Meat inspection activities have shifted among various USDA program areas and divisions since the establishment of FMIA. In November 1953, BAI was abolished and the Meat Inspection Division was transferred to the Agricultural Research Service (ARS). ARS' Consumer and Marketing Service was reorganized in December 1965 to include the MID and Poultry Division.

ARS reorganized in 1971 and transferred meat and poultry inspection functions to the newly created the Animal and Plant Health Service in 1972. In March 1977, the Food Safety and Quality Service (FSQS) was created to perform meat and poultry grading as well as inspection activities that were transferred from APHIS. In 1981, FSQS was reorganized and renamed the Food Safety and Inspection Service.
Packages of Ground Beef Changing the Way We Do Inspection

For more than 90 years, meat inspection was based on organoleptic methods, using sight, touch and smell. But in 1993, a deadly outbreak of the Escherichia coli O157:H7 strain signaled the need for greater controls based on science to prevent foodborne illness and protect consumers. FSIS identified E. coli O157:H7 as an adulterant in October 1994, and began a sampling program to test for the pathogen in federally inspected establishments and retail stores. These programs have proven highly effective.

The food safety system employed by FSIS to accomplish its mission has evolved to one in which a science-based framework is used to identify and prevent food safety risks. This framework is known as the Pathogen Reduction/Hazard Analysis and Critical Control Points (PR/HACCP) system. PR/HACCP allows for the use of science and technology to improve food safety in order to prevent the introduction of pathogens in the products we consume. The implementation and verification of PR/HACCP plans have led to a dramatic decline in the incidence of foodborne illnesses.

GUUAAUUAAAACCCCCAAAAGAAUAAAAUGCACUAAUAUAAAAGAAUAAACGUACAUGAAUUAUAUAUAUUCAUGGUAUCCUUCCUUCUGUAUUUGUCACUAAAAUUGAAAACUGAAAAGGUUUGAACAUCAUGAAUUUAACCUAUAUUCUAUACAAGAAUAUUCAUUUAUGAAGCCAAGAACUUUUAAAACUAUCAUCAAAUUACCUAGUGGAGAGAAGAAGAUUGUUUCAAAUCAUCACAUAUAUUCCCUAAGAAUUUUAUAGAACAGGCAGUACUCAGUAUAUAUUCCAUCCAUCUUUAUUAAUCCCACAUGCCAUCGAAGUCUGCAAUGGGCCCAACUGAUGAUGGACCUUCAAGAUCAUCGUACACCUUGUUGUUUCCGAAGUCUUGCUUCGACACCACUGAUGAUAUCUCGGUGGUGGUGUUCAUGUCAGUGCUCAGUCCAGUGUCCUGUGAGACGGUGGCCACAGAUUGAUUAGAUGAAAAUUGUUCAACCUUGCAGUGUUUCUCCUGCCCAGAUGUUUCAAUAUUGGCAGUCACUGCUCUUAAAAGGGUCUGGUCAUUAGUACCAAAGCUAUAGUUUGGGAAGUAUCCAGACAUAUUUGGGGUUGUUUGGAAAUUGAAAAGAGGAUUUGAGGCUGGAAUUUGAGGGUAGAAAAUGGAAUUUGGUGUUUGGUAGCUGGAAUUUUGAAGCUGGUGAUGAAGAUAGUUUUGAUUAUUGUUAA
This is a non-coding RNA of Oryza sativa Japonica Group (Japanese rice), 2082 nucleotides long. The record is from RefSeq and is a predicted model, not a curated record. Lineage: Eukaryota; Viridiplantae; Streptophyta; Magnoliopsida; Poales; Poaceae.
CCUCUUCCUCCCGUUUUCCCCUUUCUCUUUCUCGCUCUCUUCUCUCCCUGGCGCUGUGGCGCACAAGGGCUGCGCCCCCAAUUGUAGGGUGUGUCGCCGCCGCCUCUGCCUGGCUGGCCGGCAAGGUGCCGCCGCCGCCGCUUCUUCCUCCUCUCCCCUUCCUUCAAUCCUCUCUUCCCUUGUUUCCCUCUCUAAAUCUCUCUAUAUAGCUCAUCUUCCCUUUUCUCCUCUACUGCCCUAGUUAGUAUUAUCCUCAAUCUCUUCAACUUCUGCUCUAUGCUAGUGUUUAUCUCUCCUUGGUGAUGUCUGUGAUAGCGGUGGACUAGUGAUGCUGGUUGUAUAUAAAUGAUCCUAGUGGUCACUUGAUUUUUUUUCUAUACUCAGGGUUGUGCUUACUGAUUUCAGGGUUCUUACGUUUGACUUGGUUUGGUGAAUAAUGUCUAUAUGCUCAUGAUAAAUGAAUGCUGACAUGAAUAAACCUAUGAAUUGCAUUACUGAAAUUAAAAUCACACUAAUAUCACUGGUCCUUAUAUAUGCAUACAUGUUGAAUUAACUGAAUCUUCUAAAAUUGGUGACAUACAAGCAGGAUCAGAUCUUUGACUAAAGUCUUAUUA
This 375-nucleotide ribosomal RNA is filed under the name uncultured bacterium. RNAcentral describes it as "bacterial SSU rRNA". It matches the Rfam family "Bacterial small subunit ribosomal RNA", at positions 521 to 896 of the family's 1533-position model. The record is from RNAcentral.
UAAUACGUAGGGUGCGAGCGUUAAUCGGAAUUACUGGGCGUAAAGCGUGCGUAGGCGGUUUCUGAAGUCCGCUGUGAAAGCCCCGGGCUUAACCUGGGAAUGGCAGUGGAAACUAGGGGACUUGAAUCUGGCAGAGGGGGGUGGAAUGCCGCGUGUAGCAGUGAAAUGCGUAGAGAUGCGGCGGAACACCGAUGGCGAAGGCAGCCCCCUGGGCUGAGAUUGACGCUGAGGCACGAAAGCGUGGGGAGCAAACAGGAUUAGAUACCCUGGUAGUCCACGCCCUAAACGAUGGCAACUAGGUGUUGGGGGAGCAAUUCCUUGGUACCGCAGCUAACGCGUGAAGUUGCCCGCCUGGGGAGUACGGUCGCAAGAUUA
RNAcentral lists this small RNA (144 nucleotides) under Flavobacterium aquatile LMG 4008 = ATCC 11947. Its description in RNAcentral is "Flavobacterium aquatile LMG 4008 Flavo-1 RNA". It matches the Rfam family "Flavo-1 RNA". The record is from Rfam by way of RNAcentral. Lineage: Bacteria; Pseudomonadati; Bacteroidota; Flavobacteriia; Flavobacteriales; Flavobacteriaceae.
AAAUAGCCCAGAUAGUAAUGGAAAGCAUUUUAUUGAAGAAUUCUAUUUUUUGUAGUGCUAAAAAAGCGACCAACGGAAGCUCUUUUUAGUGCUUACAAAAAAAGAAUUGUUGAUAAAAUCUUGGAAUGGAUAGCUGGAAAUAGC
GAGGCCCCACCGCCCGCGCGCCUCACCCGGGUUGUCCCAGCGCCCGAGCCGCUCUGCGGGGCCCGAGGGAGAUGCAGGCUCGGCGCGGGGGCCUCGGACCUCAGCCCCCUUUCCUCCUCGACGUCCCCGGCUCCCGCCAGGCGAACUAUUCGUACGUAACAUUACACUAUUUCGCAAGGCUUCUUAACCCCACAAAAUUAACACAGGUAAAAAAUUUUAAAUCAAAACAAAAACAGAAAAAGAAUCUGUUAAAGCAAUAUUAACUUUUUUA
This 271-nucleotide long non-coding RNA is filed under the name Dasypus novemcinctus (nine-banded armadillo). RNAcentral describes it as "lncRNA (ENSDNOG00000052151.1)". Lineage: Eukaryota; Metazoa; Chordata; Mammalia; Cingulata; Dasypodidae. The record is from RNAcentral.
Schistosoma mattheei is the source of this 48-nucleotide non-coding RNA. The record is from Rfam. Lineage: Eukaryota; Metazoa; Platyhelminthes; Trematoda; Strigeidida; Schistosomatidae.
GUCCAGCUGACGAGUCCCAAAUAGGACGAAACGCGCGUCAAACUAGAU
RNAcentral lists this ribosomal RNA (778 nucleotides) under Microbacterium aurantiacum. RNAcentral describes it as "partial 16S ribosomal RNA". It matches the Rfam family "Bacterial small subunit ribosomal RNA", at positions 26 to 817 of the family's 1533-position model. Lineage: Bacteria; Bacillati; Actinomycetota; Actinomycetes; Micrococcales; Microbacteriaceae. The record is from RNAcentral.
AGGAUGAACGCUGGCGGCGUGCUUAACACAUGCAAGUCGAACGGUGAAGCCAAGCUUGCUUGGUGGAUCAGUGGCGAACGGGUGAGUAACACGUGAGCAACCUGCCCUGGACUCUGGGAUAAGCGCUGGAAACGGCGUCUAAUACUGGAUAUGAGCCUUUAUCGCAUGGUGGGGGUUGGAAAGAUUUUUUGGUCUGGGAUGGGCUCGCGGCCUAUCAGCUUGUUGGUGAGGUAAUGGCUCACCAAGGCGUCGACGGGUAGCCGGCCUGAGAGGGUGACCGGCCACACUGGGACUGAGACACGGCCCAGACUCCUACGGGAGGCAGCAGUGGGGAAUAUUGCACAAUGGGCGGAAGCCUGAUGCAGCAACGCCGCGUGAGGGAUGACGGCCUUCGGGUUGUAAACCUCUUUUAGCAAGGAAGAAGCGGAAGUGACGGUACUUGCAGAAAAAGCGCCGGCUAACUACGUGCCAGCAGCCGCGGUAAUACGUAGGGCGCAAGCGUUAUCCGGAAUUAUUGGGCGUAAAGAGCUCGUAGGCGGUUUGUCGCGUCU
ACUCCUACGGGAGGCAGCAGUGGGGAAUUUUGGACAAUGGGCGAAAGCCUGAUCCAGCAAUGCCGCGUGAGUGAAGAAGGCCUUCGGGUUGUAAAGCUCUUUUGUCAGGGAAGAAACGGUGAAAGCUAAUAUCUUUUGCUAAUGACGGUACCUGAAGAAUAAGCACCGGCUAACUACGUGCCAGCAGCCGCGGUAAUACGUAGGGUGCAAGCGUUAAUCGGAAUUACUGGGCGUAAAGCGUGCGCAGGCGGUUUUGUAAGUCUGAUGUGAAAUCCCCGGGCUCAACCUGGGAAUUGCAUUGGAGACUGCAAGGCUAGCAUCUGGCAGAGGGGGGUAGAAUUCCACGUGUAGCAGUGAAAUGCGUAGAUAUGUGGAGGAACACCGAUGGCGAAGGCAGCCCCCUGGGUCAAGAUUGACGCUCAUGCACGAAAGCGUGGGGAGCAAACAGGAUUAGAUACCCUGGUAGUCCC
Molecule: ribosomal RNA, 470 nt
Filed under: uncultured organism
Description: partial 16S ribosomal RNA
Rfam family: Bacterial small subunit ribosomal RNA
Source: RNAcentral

Using 2004 data, the Centers for Disease Control and Prevention (CDC) reported a 42% decrease in illnesses caused by E. coli O157:H7. In its report on 2004 data the incidence of infection with pathogens transmitted commonly through foods, the CDC noted significant declines from the 1996-98 baseline in illnesses caused by E. coli O157 (42%), Listeria monocytogenes (40%), Campylobacter (31%) and Yersinia (45%). Dramatic multi-year reductions in illnesses from E. coli O157 meant the United States was below the Healthy People 2010 goal of 1.0 case per 100,000 persons, according to the CDC.

The 2005 data showed that at 1.06 cases per 100,000 persons, the United States is still very close to the 2010 goal. The report attributes the changes in the incidence of these infections in part to the control measures implemented by FSIS and the food industry, as well as enhanced food safety education efforts.
Scientist performing microbiological test Moving Forward in the Next Century

For the past 100 years of service under the FMIA, the vital services of the Food Safety and Inspection Service has touched the lives of almost every citizen, every day in America. Today, FSIS is accountable for protecting the lives and well-being of 295 million U.S. citizens and millions more around the world. More than 7,600 inspection program personnel are employed by FSIS who are assigned to nearly 6,000 Federal slaughter and food processing establishments.
To meet future realities of food safety and public health challenges, FSIS is moving to a more robust risk-based inspection system that continues to rely on science-based policies. This flexibility will allow FSIS to anticipate, and quickly respond to, food safety challenges before they negatively affect public health. The continued modernization of the inspection system will enable FSIS to meet ever-changing threats to public health. FSIS will continue to further enhance and strengthen the present risk-based inspection system so that we are prepared and well equipped for food safety challenges in the next century.

Last Modified Feb 21, 2014